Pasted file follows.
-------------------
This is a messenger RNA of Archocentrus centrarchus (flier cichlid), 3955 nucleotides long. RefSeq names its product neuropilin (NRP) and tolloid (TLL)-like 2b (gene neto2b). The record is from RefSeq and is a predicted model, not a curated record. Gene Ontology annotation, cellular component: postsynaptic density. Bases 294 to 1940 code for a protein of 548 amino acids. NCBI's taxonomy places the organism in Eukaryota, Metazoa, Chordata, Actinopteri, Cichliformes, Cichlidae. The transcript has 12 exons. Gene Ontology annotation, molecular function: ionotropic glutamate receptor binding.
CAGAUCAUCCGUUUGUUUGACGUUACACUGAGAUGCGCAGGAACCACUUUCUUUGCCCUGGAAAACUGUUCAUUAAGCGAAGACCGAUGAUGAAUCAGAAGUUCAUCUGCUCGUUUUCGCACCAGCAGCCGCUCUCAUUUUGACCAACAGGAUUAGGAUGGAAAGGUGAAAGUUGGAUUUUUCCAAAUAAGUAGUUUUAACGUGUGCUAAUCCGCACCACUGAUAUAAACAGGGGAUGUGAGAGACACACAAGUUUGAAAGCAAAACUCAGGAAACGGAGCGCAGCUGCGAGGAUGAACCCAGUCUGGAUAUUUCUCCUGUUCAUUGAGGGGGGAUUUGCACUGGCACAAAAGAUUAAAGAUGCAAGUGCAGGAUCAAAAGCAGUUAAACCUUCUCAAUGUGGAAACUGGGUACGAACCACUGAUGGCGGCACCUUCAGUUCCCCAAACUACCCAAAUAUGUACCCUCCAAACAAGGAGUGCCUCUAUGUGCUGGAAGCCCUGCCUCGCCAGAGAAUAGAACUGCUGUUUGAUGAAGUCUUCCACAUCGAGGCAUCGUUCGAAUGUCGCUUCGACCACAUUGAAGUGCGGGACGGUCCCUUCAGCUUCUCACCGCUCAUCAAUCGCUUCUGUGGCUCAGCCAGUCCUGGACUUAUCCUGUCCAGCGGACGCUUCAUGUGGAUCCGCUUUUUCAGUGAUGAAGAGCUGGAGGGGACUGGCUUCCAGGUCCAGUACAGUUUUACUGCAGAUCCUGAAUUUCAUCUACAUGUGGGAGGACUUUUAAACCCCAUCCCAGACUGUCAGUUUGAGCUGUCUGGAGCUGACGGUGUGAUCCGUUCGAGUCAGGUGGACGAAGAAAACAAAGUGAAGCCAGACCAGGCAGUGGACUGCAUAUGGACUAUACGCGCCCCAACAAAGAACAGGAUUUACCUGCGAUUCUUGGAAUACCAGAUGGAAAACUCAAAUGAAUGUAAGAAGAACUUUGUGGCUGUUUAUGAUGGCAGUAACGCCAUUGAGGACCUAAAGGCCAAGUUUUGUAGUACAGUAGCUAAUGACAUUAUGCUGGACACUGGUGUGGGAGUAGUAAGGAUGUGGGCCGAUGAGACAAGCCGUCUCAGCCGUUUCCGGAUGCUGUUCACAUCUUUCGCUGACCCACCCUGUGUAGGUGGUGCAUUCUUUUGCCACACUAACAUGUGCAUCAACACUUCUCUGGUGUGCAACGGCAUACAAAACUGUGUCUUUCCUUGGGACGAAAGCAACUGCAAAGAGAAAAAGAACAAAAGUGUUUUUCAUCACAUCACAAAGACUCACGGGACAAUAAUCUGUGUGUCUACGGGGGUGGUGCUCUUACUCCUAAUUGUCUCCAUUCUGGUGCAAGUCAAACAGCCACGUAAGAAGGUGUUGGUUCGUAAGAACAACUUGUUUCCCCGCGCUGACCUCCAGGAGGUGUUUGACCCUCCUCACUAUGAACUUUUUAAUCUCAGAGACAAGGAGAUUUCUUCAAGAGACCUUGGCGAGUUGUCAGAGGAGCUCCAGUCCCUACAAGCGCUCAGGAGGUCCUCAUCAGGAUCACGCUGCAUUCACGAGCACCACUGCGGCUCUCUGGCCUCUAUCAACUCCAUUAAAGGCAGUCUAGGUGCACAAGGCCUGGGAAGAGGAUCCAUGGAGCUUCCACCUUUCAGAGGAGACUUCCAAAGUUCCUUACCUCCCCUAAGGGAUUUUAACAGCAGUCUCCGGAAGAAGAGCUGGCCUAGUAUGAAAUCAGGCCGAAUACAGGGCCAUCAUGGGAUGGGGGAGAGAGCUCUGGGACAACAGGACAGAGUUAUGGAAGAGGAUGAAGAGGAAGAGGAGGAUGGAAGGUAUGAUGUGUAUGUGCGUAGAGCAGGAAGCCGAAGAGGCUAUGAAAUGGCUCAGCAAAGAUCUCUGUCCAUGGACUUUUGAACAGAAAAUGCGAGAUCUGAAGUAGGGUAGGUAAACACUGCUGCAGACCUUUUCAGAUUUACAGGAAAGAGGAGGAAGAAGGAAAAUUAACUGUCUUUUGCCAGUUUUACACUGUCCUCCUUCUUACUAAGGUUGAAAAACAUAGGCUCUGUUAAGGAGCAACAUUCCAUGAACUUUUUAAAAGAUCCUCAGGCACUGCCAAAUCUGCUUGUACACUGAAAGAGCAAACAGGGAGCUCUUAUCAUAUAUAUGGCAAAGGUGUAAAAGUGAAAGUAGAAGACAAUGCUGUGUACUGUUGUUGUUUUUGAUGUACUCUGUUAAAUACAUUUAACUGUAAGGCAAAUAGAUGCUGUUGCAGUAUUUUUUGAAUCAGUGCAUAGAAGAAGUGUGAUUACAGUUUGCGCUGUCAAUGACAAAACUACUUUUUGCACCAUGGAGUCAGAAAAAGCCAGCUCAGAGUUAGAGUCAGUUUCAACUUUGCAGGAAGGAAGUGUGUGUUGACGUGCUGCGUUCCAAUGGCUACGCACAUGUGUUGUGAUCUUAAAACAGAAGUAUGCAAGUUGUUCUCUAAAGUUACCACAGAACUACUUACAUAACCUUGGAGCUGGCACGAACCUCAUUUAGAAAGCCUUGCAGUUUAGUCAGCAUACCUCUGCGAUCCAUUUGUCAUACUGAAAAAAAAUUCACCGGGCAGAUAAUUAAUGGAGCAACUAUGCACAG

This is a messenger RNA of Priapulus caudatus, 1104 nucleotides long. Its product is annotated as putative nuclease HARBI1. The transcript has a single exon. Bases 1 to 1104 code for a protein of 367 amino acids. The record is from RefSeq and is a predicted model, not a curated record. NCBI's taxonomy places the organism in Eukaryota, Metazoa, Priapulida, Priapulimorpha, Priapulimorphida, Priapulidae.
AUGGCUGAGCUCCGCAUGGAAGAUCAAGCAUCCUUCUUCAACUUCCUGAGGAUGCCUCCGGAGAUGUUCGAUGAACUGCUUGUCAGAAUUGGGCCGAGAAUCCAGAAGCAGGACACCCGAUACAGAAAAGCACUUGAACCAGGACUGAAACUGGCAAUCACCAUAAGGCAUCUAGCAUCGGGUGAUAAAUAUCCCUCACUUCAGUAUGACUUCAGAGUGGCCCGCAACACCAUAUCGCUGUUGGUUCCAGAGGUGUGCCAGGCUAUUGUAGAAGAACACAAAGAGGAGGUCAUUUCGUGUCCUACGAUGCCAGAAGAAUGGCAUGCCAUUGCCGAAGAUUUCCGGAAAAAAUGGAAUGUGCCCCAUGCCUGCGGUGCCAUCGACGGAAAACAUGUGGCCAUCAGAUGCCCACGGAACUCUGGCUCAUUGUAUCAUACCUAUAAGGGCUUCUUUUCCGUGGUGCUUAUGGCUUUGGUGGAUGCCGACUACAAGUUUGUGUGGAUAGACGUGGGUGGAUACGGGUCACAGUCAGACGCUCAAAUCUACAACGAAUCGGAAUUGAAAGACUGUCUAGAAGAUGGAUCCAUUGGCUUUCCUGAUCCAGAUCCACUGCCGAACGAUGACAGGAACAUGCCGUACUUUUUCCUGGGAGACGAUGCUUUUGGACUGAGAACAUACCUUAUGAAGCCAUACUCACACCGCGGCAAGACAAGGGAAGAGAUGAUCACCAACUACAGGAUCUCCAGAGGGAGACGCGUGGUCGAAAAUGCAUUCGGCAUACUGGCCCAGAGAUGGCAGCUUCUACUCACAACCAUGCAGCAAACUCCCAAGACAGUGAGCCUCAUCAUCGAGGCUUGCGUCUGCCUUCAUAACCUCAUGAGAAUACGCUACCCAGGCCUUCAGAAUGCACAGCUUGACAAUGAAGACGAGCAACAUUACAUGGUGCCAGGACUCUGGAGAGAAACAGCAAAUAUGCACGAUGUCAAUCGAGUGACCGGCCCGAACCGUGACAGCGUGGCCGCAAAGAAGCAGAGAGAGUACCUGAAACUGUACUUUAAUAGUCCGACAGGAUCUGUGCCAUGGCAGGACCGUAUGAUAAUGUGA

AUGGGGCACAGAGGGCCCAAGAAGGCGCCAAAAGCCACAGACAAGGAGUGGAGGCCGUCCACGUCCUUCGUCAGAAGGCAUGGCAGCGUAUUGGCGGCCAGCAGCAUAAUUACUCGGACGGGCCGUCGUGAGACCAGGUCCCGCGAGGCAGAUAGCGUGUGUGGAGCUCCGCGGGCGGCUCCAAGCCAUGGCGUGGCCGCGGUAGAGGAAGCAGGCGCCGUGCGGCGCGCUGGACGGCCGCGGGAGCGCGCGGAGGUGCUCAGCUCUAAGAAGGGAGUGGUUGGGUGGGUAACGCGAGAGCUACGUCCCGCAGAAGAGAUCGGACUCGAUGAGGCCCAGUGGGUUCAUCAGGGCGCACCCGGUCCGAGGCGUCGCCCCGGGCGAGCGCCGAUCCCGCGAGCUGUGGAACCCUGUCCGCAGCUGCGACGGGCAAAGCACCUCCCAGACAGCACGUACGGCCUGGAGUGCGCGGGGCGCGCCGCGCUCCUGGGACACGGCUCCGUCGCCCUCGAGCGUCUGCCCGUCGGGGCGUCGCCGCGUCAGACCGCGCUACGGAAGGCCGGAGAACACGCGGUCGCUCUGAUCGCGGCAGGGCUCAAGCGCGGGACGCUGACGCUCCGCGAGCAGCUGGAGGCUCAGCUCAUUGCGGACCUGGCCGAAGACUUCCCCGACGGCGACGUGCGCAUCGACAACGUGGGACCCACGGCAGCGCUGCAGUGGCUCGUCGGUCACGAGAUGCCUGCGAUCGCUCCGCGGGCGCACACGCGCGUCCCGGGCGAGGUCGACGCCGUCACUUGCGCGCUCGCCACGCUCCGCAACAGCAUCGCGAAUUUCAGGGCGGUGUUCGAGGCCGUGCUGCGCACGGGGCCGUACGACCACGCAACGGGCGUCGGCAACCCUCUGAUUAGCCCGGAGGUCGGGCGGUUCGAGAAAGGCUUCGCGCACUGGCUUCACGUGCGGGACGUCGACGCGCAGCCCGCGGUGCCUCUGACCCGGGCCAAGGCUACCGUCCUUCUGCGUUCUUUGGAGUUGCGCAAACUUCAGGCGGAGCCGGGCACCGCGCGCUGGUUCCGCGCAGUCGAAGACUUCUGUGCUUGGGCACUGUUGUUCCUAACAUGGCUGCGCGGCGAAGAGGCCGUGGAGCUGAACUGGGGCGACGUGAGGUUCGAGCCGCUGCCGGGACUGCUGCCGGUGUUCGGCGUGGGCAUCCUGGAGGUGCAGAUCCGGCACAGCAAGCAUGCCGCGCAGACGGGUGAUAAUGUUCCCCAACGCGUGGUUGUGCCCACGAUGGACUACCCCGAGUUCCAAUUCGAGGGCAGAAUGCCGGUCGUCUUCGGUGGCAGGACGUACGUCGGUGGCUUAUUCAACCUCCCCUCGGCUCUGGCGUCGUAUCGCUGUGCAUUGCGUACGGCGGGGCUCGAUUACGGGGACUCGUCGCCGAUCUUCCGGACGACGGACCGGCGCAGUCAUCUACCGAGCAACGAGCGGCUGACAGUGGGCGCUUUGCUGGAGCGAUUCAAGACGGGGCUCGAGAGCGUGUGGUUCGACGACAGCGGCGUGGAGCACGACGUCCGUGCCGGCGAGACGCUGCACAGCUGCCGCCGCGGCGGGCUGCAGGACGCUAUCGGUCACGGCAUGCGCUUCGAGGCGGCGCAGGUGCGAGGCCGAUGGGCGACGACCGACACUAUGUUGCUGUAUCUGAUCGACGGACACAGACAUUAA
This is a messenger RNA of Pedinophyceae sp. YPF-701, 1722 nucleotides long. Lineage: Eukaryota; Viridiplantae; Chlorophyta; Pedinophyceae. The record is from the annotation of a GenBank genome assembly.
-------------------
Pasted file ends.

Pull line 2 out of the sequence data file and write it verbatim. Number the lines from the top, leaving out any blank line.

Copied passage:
CAGAUCAUCCGUUUGUUUGACGUUACACUGAGAUGCGCAGGAACCACUUUCUUUGCCCUGGAAAACUGUUCAUUAAGCGAAGACCGAUGAUGAAUCAGAAGUUCAUCUGCUCGUUUUCGCACCAGCAGCCGCUCUCAUUUUGACCAACAGGAUUAGGAUGGAAAGGUGAAAGUUGGAUUUUUCCAAAUAAGUAGUUUUAACGUGUGCUAAUCCGCACCACUGAUAUAAACAGGGGAUGUGAGAGACACACAAGUUUGAAAGCAAAACUCAGGAAACGGAGCGCAGCUGCGAGGAUGAACCCAGUCUGGAUAUUUCUCCUGUUCAUUGAGGGGGGAUUUGCACUGGCACAAAAGAUUAAAGAUGCAAGUGCAGGAUCAAAAGCAGUUAAACCUUCUCAAUGUGGAAACUGGGUACGAACCACUGAUGGCGGCACCUUCAGUUCCCCAAACUACCCAAAUAUGUACCCUCCAAACAAGGAGUGCCUCUAUGUGCUGGAAGCCCUGCCUCGCCAGAGAAUAGAACUGCUGUUUGAUGAAGUCUUCCACAUCGAGGCAUCGUUCGAAUGUCGCUUCGACCACAUUGAAGUGCGGGACGGUCCCUUCAGCUUCUCACCGCUCAUCAAUCGCUUCUGUGGCUCAGCCAGUCCUGGACUUAUCCUGUCCAGCGGACGCUUCAUGUGGAUCCGCUUUUUCAGUGAUGAAGAGCUGGAGGGGACUGGCUUCCAGGUCCAGUACAGUUUUACUGCAGAUCCUGAAUUUCAUCUACAUGUGGGAGGACUUUUAAACCCCAUCCCAGACUGUCAGUUUGAGCUGUCUGGAGCUGACGGUGUGAUCCGUUCGAGUCAGGUGGACGAAGAAAACAAAGUGAAGCCAGACCAGGCAGUGGACUGCAUAUGGACUAUACGCGCCCCAACAAAGAACAGGAUUUACCUGCGAUUCUUGGAAUACCAGAUGGAAAACUCAAAUGAAUGUAAGAAGAACUUUGUGGCUGUUUAUGAUGGCAGUAACGCCAUUGAGGACCUAAAGGCCAAGUUUUGUAGUACAGUAGCUAAUGACAUUAUGCUGGACACUGGUGUGGGAGUAGUAAGGAUGUGGGCCGAUGAGACAAGCCGUCUCAGCCGUUUCCGGAUGCUGUUCACAUCUUUCGCUGACCCACCCUGUGUAGGUGGUGCAUUCUUUUGCCACACUAACAUGUGCAUCAACACUUCUCUGGUGUGCAACGGCAUACAAAACUGUGUCUUUCCUUGGGACGAAAGCAACUGCAAAGAGAAAAAGAACAAAAGUGUUUUUCAUCACAUCACAAAGACUCACGGGACAAUAAUCUGUGUGUCUACGGGGGUGGUGCUCUUACUCCUAAUUGUCUCCAUUCUGGUGCAAGUCAAACAGCCACGUAAGAAGGUGUUGGUUCGUAAGAACAACUUGUUUCCCCGCGCUGACCUCCAGGAGGUGUUUGACCCUCCUCACUAUGAACUUUUUAAUCUCAGAGACAAGGAGAUUUCUUCAAGAGACCUUGGCGAGUUGUCAGAGGAGCUCCAGUCCCUACAAGCGCUCAGGAGGUCCUCAUCAGGAUCACGCUGCAUUCACGAGCACCACUGCGGCUCUCUGGCCUCUAUCAACUCCAUUAAAGGCAGUCUAGGUGCACAAGGCCUGGGAAGAGGAUCCAUGGAGCUUCCACCUUUCAGAGGAGACUUCCAAAGUUCCUUACCUCCCCUAAGGGAUUUUAACAGCAGUCUCCGGAAGAAGAGCUGGCCUAGUAUGAAAUCAGGCCGAAUACAGGGCCAUCAUGGGAUGGGGGAGAGAGCUCUGGGACAACAGGACAGAGUUAUGGAAGAGGAUGAAGAGGAAGAGGAGGAUGGAAGGUAUGAUGUGUAUGUGCGUAGAGCAGGAAGCCGAAGAGGCUAUGAAAUGGCUCAGCAAAGAUCUCUGUCCAUGGACUUUUGAACAGAAAAUGCGAGAUCUGAAGUAGGGUAGGUAAACACUGCUGCAGACCUUUUCAGAUUUACAGGAAAGAGGAGGAAGAAGGAAAAUUAACUGUCUUUUGCCAGUUUUACACUGUCCUCCUUCUUACUAAGGUUGAAAAACAUAGGCUCUGUUAAGGAGCAACAUUCCAUGAACUUUUUAAAAGAUCCUCAGGCACUGCCAAAUCUGCUUGUACACUGAAAGAGCAAACAGGGAGCUCUUAUCAUAUAUAUGGCAAAGGUGUAAAAGUGAAAGUAGAAGACAAUGCUGUGUACUGUUGUUGUUUUUGAUGUACUCUGUUAAAUACAUUUAACUGUAAGGCAAAUAGAUGCUGUUGCAGUAUUUUUUGAAUCAGUGCAUAGAAGAAGUGUGAUUACAGUUUGCGCUGUCAAUGACAAAACUACUUUUUGCACCAUGGAGUCAGAAAAAGCCAGCUCAGAGUUAGAGUCAGUUUCAACUUUGCAGGAAGGAAGUGUGUGUUGACGUGCUGCGUUCCAAUGGCUACGCACAUGUGUUGUGAUCUUAAAACAGAAGUAUGCAAGUUGUUCUCUAAAGUUACCACAGAACUACUUACAUAACCUUGGAGCUGGCACGAACCUCAUUUAGAAAGCCUUGCAGUUUAGUCAGCAUACCUCUGCGAUCCAUUUGUCAUACUGAAAAAAAAUUCACCGGGCAGAUAAUUAAUGGAGCAACUAUGCACAG